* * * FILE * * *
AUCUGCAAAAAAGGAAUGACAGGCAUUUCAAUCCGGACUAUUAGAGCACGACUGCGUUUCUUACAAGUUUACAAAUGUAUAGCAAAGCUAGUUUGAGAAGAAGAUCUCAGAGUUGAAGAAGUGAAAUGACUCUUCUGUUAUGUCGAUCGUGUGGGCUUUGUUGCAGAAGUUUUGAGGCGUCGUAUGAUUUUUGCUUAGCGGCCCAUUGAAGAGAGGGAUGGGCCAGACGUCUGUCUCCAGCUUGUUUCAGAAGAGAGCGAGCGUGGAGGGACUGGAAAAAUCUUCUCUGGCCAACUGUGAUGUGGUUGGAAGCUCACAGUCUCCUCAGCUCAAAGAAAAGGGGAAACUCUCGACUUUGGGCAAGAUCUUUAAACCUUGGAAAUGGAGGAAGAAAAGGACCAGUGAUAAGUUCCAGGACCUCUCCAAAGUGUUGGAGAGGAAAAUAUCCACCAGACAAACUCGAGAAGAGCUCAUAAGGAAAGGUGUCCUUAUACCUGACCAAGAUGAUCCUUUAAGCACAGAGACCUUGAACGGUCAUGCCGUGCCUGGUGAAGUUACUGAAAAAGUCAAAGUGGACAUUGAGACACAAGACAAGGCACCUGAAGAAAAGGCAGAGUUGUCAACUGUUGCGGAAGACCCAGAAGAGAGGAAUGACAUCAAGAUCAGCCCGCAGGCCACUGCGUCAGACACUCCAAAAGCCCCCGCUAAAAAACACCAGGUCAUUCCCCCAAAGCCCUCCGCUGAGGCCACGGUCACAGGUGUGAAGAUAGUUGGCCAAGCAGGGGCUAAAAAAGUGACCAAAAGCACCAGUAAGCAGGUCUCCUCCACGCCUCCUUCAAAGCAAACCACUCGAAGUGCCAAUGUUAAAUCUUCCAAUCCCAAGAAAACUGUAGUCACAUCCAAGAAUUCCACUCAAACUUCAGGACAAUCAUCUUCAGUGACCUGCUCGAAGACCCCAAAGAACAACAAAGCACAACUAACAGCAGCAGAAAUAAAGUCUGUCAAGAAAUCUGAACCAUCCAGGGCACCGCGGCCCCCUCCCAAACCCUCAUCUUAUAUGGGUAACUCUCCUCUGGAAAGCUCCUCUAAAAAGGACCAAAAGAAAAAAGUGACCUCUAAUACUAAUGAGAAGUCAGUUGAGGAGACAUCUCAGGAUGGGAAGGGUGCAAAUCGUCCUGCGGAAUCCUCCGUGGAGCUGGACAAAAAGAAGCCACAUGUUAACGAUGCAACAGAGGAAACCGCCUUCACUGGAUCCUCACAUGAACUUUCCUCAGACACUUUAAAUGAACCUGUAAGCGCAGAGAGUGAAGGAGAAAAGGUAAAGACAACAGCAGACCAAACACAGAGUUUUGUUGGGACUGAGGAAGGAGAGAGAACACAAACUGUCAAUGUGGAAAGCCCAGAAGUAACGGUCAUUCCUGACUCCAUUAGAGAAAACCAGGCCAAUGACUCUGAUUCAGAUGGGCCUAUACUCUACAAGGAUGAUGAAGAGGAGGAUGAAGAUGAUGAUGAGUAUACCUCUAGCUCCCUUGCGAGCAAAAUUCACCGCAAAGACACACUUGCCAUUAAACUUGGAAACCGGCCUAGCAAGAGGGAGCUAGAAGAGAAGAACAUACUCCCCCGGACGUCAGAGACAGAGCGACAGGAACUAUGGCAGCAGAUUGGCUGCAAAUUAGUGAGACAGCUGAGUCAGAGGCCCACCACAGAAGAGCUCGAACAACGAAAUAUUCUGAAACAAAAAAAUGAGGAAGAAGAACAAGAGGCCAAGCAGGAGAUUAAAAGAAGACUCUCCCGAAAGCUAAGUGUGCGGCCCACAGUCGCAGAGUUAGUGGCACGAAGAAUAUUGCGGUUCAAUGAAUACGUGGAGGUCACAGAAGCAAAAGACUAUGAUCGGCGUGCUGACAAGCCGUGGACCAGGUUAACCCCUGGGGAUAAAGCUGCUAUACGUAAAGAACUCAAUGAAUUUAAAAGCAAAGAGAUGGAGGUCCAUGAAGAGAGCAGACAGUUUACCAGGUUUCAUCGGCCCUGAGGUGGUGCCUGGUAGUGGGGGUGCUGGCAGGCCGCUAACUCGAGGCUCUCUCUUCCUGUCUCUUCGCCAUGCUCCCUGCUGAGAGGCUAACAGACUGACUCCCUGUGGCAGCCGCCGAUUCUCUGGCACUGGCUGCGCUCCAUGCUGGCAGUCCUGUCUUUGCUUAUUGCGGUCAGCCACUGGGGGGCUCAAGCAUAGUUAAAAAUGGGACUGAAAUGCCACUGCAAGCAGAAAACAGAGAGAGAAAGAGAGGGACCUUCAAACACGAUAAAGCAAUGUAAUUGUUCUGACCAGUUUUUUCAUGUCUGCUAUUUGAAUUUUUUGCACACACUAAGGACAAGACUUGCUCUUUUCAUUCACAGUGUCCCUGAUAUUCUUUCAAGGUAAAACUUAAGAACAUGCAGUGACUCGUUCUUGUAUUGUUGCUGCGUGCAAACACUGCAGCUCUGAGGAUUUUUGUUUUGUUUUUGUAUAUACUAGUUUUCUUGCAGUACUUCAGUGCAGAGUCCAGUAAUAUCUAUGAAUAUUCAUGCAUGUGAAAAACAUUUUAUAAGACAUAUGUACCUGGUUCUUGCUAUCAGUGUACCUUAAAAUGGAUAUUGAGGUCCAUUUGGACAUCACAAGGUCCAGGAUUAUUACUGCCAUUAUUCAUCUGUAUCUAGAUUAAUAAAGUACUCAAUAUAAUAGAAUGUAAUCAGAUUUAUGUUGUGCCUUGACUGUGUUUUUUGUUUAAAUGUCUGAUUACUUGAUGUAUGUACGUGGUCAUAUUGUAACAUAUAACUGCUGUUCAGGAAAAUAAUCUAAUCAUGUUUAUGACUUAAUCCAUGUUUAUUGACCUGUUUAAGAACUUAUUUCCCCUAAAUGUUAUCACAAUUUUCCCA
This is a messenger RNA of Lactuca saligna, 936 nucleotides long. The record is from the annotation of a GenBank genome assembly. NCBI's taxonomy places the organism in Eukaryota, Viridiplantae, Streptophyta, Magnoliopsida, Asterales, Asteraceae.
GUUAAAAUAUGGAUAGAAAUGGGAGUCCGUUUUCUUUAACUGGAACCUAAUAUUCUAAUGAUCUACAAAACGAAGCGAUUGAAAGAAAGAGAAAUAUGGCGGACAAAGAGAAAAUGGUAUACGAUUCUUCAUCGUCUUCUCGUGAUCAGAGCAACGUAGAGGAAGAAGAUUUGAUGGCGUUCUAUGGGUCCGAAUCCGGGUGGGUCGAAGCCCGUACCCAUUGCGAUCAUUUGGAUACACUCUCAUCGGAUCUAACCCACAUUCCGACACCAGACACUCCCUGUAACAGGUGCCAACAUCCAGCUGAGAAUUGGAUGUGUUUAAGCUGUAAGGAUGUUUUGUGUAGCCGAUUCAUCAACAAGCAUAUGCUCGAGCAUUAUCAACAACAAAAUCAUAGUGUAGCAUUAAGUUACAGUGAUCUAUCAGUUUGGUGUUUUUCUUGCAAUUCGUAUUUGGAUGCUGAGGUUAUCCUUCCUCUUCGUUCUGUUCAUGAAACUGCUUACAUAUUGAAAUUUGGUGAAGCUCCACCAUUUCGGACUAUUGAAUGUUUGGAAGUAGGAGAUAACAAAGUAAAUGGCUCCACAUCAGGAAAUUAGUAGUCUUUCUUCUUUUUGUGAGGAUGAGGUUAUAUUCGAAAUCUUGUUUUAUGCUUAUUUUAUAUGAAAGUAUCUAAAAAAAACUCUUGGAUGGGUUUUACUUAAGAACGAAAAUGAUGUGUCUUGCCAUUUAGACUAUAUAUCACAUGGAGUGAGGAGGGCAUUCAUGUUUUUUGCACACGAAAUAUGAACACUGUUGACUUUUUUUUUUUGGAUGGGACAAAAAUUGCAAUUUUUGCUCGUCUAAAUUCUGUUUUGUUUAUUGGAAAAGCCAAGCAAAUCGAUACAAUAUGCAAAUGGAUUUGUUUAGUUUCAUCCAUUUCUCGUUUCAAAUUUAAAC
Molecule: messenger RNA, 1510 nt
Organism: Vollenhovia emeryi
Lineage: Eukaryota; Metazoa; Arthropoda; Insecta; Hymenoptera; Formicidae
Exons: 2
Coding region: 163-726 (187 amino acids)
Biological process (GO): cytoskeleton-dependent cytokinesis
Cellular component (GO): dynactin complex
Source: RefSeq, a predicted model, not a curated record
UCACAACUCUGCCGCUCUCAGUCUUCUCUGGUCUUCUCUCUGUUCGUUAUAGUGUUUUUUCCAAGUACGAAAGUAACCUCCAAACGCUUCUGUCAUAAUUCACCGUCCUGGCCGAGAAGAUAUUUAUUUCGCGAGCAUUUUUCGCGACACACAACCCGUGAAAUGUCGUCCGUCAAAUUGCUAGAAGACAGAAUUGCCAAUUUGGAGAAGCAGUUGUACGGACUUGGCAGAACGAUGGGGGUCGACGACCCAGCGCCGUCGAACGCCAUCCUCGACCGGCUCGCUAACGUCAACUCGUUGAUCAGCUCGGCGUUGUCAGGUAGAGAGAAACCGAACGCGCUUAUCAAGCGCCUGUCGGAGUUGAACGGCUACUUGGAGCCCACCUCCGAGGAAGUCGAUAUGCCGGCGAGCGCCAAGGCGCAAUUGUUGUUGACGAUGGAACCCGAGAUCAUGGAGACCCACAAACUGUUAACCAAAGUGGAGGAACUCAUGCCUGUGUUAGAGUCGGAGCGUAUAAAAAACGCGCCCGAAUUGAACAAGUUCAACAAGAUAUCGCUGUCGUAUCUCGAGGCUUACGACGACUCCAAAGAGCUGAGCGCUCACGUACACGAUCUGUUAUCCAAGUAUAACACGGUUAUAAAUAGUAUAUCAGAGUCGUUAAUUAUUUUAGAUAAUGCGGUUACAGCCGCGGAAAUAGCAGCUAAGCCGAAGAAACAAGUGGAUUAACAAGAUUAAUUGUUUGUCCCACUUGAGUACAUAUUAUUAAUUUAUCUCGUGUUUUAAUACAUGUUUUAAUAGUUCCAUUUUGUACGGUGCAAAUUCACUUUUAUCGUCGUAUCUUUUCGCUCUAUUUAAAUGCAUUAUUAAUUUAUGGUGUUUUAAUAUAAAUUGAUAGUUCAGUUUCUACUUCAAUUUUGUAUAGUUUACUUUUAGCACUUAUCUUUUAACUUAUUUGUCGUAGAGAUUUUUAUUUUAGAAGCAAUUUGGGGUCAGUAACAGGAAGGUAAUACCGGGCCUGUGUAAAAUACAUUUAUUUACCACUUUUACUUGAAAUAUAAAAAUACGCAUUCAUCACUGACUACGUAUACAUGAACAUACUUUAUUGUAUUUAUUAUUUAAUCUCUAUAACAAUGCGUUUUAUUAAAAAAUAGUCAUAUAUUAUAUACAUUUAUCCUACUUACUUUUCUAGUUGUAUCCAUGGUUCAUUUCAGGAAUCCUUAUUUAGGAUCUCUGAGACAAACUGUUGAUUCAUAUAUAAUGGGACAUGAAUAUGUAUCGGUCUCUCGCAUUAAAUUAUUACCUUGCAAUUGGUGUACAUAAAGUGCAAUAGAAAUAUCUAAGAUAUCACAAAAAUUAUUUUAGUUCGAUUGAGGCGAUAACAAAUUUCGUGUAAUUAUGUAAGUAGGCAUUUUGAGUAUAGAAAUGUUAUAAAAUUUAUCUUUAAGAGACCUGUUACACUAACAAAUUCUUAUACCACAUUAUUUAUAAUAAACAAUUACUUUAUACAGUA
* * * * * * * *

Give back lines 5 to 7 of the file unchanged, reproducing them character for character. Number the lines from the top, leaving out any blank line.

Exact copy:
Organism: Vollenhovia emeryi
Lineage: Eukaryota; Metazoa; Arthropoda; Insecta; Hymenoptera; Formicidae
Exons: 2